Taken from the newsletter Portrait de baleines, August 23, 2012
A female beluga undoubtedly getting on in years, Ondine has been known to GREMM researchers since 1990, when she was already entirely white. Observations, which had been regular until 1995, have shown that she belonged to the south shore community. Surprisingly, she was nearly always seen with Canadine: female belugas, unlike males, don’t generally form lasting associations with other individuals. In 1994, Ondine was accompanied by a first-year calf, and in 1995, a second-year calf.
After 1995, things changed: no sightings from 1995 to 2000, then only occasionally, never with Canadine and never again with a calf. In 2010, surprise: she’s photographed in Chaleur Bay! A few weeks later, she’s back at the head of the Laurentian Channel, emaciated. We would have to wait until August 2012 to hear from her again: several reports of an apparently ailing beluga drifting between Les Escoumins and Les Bergeronnes were received by the Quebec Marine Mammal Emergency Response Network. On August 15, GREMM Research Director Robert Michaud travels to the Marine Environment Discovery Centre in Les Escoumins to document one of these reports: he confirms that it is Ondine and that she seems to be ill.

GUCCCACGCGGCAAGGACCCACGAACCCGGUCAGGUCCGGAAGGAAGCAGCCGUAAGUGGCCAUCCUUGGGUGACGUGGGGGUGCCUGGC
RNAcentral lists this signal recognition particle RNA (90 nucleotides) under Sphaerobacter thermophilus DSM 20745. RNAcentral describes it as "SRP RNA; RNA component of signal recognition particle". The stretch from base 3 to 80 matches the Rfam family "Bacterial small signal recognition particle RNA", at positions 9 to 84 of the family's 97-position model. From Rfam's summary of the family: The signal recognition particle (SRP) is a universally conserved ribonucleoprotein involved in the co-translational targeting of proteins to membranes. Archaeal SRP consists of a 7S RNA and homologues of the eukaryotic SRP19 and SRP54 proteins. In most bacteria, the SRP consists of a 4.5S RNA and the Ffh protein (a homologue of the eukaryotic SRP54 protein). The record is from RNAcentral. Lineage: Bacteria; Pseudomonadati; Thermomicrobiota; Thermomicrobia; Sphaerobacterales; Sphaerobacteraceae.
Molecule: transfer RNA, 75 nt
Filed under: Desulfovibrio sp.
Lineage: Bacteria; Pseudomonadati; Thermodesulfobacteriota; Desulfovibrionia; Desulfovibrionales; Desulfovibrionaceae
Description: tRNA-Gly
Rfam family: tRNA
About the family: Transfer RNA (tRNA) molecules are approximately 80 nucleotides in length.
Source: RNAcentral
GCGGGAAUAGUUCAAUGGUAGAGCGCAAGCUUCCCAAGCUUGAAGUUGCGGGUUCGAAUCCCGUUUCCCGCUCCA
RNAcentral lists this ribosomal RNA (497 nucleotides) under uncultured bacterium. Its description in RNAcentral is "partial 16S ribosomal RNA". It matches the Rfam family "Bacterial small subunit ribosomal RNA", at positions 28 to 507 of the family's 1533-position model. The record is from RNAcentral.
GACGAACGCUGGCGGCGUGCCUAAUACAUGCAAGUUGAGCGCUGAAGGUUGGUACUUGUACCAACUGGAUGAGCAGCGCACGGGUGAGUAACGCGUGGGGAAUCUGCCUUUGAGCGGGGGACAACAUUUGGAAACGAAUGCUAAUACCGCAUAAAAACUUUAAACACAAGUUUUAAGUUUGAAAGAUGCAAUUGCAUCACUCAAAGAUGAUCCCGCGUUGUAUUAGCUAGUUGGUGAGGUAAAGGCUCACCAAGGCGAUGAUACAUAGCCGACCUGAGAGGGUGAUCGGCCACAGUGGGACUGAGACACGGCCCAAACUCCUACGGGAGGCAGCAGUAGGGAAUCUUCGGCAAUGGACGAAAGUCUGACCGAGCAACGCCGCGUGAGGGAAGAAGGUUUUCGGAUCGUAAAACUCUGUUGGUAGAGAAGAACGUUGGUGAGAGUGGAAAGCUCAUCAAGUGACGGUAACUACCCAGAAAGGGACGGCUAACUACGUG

Is Ondine dying? If she soon succumbs, will we find her carcass and will it provide the answers to certain questions such as her age, health status, etc.? The beluga carcass recovery program, which has operated for 30 years, is an essential element for monitoring this population at risk. Notably, thanks to this program, the alarm has been sounded on belugas’ exposure to chemical contaminants, thereby triggering a citizen and government mobilization aimed at reducing pollution in the St. Lawrence.
Every report of a poorly faring beluga is invaluable and warrants a call to 1-877-722-5346. Ideally, call at the time of the observation. In the case of a live beluga, it is important to remain at least 400 m from the animal.